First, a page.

Dimitrios Tsiantoulas#, Andrew P. Sage#, Laura Göderle, Maria Ozsvar-Kozma, Deirdre Murphy, Florentina Porsch, Gerard Pasterkamp, Jörg Menche, Pascal Schneider, Ziad Mallat# and Christoph J. Binder#. (# equal contribution). BAFF Neutralization Aggravates Atherosclerosis. Circulation, June 5, 2018 . DOI: 10.1161/CIRCULATIONAHA.117.032790
The study was funded by the Austrian Science Fund FWF, the European Union, the British Heart Foundation and the European Research Council (ERC)
Fanconi anemia (FA), a rare, inherited disease, is caused by defective genes for DNA-repair in the cells of the patient leading to bone marrow failure, developmental abnormalities and increased cancer risk. Using genome-wide genetic approaches, researchers at CeMM systematically screened for the loss of an additional gene that could rescue the disease – and found it. The corresponding protein turned out to be a potential target that could be therapeutically exploited for FA. The study was published in Nature Communications.
Damaged DNA and its complex repair mechanisms is the research focus of the group of Joanna Loizou, Principal Investigator at CeMM, and finding new molecular targets to fight FA is one of their goals. In their latest study, published in Nature Communications (DOI 10.1038/s41467-018-04649-z), the researchers aimed to find additional genes that genetically interact with the diseased FA genes and are essential for the manifestation of the disease, and thereby, if destroyed, restore the ability of the cell to repair DNA crosslinks. The research project was performed in collaboration with scientists from the University of Cambridge, from the Leiden University Medical Center, the University of California, the University of Toronto and the group of Jörg Menche at CeMM.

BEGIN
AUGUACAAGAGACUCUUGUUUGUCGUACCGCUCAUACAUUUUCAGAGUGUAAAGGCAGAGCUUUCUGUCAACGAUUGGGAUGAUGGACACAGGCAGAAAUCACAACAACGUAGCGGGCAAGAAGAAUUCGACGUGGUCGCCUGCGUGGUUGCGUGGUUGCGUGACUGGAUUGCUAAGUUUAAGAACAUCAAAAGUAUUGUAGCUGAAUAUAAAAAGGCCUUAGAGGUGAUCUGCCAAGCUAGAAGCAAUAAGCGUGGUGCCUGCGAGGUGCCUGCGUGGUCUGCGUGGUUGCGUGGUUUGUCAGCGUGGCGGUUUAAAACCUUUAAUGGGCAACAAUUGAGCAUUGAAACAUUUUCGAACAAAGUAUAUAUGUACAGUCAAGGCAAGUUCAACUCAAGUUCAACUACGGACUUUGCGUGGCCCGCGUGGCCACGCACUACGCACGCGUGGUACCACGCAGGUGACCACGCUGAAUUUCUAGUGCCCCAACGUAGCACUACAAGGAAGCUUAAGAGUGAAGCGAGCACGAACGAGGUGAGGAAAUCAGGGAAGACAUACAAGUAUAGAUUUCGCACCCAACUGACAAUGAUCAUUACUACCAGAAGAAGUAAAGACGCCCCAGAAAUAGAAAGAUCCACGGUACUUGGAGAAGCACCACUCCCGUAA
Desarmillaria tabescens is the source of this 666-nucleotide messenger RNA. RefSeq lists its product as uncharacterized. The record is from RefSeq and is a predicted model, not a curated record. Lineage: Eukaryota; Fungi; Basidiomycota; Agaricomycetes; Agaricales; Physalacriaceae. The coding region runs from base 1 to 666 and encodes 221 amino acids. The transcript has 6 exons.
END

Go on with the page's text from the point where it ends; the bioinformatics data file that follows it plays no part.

The scientists, with former post doc of Loizou´s lab Georgia Velimezi and CeMM PhD student Lydia Garcia-Robinson as shared first authors, deployed a novel genetic screen to search for synthetic viable interactions, using a genome-wide loss-of-function approach that uses insertional mutagenesis achieved via a gene-trap approach, on special lines of FA-defective cells that only possess one copy of each gene. With this method, they scored a bulls eye: the researchers found an enzyme that removes ubiquitin, an important regulator of protein activity and half live, to be synthetic viable for FA gene deficiencies.
When the enzyme, called USP48, was artificially destroyed by CRISPR/Cas9, the FA-deficient cells were less sensitive to DNA-damaging compounds and showed an increased clearance of DNA damage. With further molecular analysis of the underlying processes, the researchers were able to show that the inactivation of USP48 in FA-deficient cells even restored a nearly error free repair of the damaged DNA.
Georgia Velimezi#, Lydia Robinson-Garcia#, Francisco Muñoz-Martínez, Wouter W. Wiegant, Joana Ferreira da Silva, Michel Owusu, Martin Moder, Marc Wiedner, Sara Brin Rosenthal, Kathleen M. Fisch, Jason Moffat, Jörg Menche, Haico Van Attikum, Stephen P. Jackson and Joanna I. Loizou. (#Co-first Author). Map of synthetic rescue interactions for the Fanconi anemia DNA repair 4 pathway identifies USP48. Nature Communications, June 11, 2018. DOI: 10.1038/s41467-018-04649-z.